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Selling Property in a Falling Market

Things have changed in the UK housing market in recent months – no doubt about that.

But you can still sell your house in a falling market and selling privately makes even more sense when you need to maximise the profit from your sale.

The true cost of using an estate agent is not just the commission you pay them, an average of £5,500.

To understand the real cost, you need to look at how much your property has increased in value since you bought it and what the agent's commission represents of that figure.

For instance, if you bought for £170k and sell for £200k, paying 2% commission at £4,700, that’s actually 16% of the £30,000 capital you have earned on your property.

If the value of your property is falling, you might feel reluctant to let an agent take such a chunk of your capital, particularly if they do so little to earn that money.

Selling privately costs as little as £47, a tiny percentage of your home’s value. A £199 package gets your property an online brochure with twenty colour photos, advertised on an extensive number of property websites (reaching up to three million house-hunters each month), plus a For Sale Board, important at any time, but vital in a falling market as you need maximum exposure in your own local area.

Think what you could do in your new home with the £5,500 you save in estate agents fees, which will stay in your pocket, instead of lining an agents.

New kitchen, bathroom or garden makeover! Or to cover the other costs of moving house - removals, legal fees, stamp duty on the house you are buying. You could even use it to help secure your buyer – people often share the saving they make with their buyer – it’s a great negotiating tool too. You might also be worried that there are no buyers out there. But there are always people who are looking to move because of changes to their personal circumstances – a new baby means that one-bedroomed flat just isn’t big enough, a new job makes a difficult commute impossible, or reaching sixty-five means downsizing to free up the capital to fund retirement.

So if you are want to sell but think now’s not the right time, think again. Putting your property on the market now could be a good tactic, particularly if you share the view of some housing market experts, that prices will fall further still.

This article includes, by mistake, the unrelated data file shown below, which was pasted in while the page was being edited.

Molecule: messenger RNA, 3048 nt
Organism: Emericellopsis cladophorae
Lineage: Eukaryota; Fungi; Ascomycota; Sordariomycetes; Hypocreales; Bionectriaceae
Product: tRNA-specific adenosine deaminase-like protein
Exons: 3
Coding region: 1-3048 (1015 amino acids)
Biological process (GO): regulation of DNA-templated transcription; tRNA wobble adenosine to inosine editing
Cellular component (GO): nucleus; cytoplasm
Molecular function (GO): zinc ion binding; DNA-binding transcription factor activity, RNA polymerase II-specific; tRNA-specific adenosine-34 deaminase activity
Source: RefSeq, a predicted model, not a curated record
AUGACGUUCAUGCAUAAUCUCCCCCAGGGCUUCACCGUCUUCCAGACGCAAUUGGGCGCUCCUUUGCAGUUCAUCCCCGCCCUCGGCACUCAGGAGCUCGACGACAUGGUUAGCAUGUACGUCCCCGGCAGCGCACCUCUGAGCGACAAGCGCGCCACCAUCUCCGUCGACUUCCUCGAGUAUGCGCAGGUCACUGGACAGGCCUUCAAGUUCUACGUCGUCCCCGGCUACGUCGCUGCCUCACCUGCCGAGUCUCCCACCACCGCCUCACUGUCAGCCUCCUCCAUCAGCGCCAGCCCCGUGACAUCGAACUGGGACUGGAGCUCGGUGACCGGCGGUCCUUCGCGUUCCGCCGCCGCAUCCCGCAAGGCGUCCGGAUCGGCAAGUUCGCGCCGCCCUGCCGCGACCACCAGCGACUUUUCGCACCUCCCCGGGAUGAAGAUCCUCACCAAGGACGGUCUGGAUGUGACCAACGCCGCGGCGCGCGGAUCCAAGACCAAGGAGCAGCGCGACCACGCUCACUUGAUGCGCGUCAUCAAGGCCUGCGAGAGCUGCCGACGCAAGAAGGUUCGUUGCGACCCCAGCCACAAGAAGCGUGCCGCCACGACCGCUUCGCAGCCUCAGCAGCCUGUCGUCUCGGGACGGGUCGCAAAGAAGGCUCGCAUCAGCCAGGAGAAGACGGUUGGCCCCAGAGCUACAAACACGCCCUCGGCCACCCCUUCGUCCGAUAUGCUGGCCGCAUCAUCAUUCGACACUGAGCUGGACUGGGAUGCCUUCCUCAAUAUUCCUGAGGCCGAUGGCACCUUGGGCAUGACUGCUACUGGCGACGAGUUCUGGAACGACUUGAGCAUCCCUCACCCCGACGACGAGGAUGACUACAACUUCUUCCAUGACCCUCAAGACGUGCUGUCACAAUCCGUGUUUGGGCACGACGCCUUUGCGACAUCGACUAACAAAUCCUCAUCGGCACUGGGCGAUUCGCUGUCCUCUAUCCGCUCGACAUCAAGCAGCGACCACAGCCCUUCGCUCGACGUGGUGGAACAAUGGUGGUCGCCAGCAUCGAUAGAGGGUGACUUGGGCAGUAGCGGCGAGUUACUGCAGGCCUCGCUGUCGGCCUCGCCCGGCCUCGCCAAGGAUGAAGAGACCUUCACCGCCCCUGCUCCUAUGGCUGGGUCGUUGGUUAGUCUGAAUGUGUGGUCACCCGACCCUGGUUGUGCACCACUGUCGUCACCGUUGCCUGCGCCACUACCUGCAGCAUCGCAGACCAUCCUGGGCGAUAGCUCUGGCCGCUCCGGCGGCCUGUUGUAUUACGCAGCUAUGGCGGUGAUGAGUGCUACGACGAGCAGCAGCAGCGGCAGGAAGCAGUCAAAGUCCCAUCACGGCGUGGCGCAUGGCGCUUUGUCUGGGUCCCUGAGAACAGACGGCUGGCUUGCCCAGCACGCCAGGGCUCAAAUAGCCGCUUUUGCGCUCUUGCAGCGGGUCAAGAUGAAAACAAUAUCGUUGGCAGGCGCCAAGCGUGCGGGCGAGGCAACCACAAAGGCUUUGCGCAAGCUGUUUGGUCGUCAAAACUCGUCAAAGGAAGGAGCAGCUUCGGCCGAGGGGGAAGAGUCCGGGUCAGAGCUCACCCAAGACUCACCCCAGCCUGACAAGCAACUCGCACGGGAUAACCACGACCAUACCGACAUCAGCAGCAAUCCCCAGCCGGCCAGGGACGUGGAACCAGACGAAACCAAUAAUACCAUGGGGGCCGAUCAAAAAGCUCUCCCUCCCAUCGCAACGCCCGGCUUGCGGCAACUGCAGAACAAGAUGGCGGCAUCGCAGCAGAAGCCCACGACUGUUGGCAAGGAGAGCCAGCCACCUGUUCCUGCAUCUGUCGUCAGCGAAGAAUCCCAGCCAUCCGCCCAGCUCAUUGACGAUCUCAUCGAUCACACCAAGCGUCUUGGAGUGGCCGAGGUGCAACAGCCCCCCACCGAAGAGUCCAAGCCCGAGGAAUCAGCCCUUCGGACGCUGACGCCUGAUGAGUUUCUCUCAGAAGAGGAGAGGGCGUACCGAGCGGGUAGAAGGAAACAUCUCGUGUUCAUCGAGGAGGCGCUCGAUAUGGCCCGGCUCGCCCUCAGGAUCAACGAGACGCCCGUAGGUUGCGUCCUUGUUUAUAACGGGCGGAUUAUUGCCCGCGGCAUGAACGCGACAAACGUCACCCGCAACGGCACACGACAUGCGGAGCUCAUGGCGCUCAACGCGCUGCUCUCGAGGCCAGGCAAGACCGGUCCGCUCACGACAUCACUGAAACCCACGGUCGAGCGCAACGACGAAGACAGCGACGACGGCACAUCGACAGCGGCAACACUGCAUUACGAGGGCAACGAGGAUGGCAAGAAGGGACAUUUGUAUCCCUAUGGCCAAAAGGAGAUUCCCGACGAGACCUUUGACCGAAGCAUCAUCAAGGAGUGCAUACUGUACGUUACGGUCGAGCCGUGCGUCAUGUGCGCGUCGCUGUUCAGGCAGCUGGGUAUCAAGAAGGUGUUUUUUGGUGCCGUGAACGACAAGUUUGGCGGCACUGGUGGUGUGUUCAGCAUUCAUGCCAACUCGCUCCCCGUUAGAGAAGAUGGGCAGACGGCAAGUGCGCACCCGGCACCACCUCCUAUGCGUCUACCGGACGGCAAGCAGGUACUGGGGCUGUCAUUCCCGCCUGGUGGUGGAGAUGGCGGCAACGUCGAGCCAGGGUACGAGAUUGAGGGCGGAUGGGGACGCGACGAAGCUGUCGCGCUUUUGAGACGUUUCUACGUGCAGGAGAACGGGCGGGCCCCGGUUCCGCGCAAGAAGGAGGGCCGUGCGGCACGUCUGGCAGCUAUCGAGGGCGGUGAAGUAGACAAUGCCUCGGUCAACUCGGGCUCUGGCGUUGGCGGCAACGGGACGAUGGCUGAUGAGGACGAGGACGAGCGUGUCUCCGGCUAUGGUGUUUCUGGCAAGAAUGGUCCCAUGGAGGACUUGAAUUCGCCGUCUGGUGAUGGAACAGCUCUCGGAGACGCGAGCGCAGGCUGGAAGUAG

There are bargains out there to be had now and there are people who are looking to move but can’t find the right property. Is your property the one for them? Selling privately gives you the option to find out with minimal risk. A small upfront fee and no commissions to pay. The best site to use is HouseWeb. They‘ve been established since 1996 and pioneered private selling on the Web. It shows as their site is very simple to use and your property can be on the market within thirty minutes. This accounts for some of the time saved when selling privately versus an estate agent.

Alliance and Leicester’s survey showed that the average time to sell privately is one month quicker than using an agent.


No middle Man

Did you know that over 5% of Homeowners sell their property without an estate Agent ?


Selling your home using the Internet is now as effective as using an estate agent, with one major difference... You don't pay the agent's commission. That's a typical saving of over £4,000.

For a limited period we're giving away HouseWeb's 21-page "Guide to Selling Your Home", which includes:

  • Selling - Options & Costs?
  • Agent or the Internet?
  • Reducing My Costs
  • What is My Home Worth?
  • The 6 Myths of Agents
  • Marketing my Property

Click here for your free copy

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  • Virtual Tours

    Did you know that 1 in 20 people sell their home privately and save on average over £4,000 in Estate Agent fees?

    Using a Virtual Tour you have the ultimate marketing tool. Combine this with a non-commission advertising package from a private sales specialist and you have a huge saving.

    If you are interested in getting a Virtual Tour, we recommend HouseWeb. A complete advertising package including Virtual Tour costs only £299. Click here for a free Guide to Selling Your Home. HouseWeb also market your property across the top property web sites in the UK, promoting your home to over 2 million househunters.


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    Estate Agent


    Estate agent is a United Kingdom term roughly synonymous with the United States term real estate broker, a business that arranges the selling, renting or management of homes, land and other buildings. However in many instances, estate agents are mainly engaged in the marketing of property available for sale and a solicitor is used to prepare and exchange contracts. It should be noted that, in Ireland, real estate is generally referred to simply as property.

    The term originally referred to a person responsible for managing a landed estate, while those engaged in the buying and selling of homes were "house agents", and those selling land were "land agents". However, sometime during the 20th century "estate agent" started to be used as a generic term, perhaps because it was thought to sound more impressive.

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    Legal Frame